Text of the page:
When an engine is cold, many malfunctions can cause low RPMs, even after the engine has warmed up. These issues can occur regardless of the type of fuel or air-fuel mixture formation.
The most common problems include
- leakage of air from the intake manifold due to mechanical damage or loose connections,
- fuel delivery issues caused by a faulty fuel pump,
- worn or clogged injectors, or a clogged fuel filter,
- a drop in compression in the combustion chamber due to worn parts of the CPG,
- damage or incomplete closing of the valves,
- failure in the ignition system due to incorrect adjustment, failure of spark plugs, coils, high-voltage wires, and sensors.
To determine the cause of low RPMs when the engine is cold, it is necessary to eliminate possible causes one by one.
When starting a cold engine, the crankshaft rotation speed is usually 2-3 times higher than when idling after warming up. This ensures stable operation of the engine and reduces the time it takes to reach operating temperature.
Low RPMs when the engine is warm are usually a sign of an air-fuel mixture problem.
What is the usual idle RPM when starting an engine?
The crankshaft speed after starting a cold petrol engine is typically set at 1200-1500 RPM using a mechanical or electronic idle speed controller, or independently.
For diesel engines, the warm-up RPM is typically around 1100. With automatic control, the speed will gradually or abruptly decrease as the engine warms up until it reaches 600-800 RPM.
However, exceptions are possible and the exact number of engine revolutions during cold start and at idle depends on the design of the power system, the settings of the electronic control unit (ECU), and the temperature of the coolant.
In models that meet EURO-5 and EURO-6 emissions standards, the electronic control unit often does not raise the cold speed above 1100 RPM to limit emissions.
In some cars, the crankshaft speed immediately after starting the engine is 800-1000 RPM and then increases. This is to reduce the load on the engine at low temperatures when it is most vulnerable.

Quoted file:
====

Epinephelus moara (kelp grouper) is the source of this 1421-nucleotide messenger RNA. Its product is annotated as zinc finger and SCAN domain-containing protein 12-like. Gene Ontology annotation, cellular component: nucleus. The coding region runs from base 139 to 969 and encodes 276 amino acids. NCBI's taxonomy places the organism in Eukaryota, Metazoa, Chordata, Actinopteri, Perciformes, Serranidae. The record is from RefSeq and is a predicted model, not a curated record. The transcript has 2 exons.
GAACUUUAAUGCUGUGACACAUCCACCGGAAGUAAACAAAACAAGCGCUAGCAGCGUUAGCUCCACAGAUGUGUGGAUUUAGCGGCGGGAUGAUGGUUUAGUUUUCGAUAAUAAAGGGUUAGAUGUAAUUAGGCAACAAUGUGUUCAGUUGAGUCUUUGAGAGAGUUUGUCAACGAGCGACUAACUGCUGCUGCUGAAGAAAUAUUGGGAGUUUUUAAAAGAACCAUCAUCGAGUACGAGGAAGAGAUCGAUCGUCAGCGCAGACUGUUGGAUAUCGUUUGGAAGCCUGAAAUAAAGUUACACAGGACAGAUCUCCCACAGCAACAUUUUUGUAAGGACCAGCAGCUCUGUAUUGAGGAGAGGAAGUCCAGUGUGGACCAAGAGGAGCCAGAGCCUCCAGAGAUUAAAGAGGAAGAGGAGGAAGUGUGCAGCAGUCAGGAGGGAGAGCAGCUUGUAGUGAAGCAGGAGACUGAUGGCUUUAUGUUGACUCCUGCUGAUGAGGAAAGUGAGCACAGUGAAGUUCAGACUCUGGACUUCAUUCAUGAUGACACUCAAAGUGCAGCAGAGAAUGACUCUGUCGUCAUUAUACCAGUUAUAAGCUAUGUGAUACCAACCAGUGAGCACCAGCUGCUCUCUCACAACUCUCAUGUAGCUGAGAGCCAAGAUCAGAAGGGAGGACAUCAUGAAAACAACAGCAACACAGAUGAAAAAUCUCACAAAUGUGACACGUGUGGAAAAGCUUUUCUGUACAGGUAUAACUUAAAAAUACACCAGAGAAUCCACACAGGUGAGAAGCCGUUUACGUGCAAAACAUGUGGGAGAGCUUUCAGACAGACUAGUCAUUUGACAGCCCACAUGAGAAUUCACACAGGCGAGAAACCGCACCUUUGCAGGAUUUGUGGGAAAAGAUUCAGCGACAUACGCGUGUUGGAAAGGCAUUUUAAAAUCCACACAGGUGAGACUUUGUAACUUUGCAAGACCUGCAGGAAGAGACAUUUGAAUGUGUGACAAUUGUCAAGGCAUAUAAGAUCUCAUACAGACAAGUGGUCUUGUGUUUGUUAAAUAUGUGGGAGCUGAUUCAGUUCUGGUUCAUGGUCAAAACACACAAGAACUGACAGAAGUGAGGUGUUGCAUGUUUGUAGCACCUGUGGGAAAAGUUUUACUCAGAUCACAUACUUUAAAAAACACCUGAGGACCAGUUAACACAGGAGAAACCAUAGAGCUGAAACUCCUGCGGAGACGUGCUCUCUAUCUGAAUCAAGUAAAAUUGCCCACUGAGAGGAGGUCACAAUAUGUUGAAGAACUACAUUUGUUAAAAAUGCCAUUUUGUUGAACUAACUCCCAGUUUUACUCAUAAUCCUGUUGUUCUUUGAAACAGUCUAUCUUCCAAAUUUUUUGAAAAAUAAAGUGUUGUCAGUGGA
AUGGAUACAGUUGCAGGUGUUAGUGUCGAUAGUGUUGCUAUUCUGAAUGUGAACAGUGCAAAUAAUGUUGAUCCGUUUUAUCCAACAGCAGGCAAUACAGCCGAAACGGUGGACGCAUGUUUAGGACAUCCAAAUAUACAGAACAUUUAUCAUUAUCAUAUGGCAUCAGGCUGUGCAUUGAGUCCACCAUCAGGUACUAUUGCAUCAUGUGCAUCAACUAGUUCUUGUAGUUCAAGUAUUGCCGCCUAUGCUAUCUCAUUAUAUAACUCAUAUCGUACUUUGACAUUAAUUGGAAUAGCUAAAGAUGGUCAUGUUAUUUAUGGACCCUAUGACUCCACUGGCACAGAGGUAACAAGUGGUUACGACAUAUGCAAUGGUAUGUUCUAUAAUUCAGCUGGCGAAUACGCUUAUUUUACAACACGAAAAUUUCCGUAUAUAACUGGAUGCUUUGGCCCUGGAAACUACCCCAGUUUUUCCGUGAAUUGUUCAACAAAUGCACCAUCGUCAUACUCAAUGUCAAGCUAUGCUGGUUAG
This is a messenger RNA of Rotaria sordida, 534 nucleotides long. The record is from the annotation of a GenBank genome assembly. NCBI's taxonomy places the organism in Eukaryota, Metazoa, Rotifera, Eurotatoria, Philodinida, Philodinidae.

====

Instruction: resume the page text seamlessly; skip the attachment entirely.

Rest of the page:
The number of revolutions of the engine during a cold start and the time for them to decrease to idle also change depending on the temperature.
In cold weather, it takes longer to warm up the coolant, so the crankshaft speed may not drop to the idle speed for more than 5 minutes. In summer, it stabilizes in 2-3 minutes.
Therefore, engine speeds less than 1200 RPM or their slight fluctuation immediately after starting are not always a sign of problems.
You should only be concerned when the crankshaft speed does not rise above 600 RPM when cold, drops below 400, or does not stabilize as it warms up, and the engine stumbles or stalls at startup.
Warm-up speed ensures stable operation of a cold engine at idle, efficient supply of more viscous oil, warming up the engine and coolant to operating temperatures.
In models with catalytic converters, quick heating of their surface is additionally provided.
Excessively low warm-up speeds and the malfunctions that caused them can lead to more severe malfunctions. And at lower temperatures, the engine may simply not start.
In modern cars with an ECU, the crankshaft speed during warm-up is set automatically depending on the temperature of the coolant.
In most cases, excessively low engine speeds when cold are a sign of a lean air-fuel mixture. This can be from an excess of air in it or interruptions in the supply of fuel,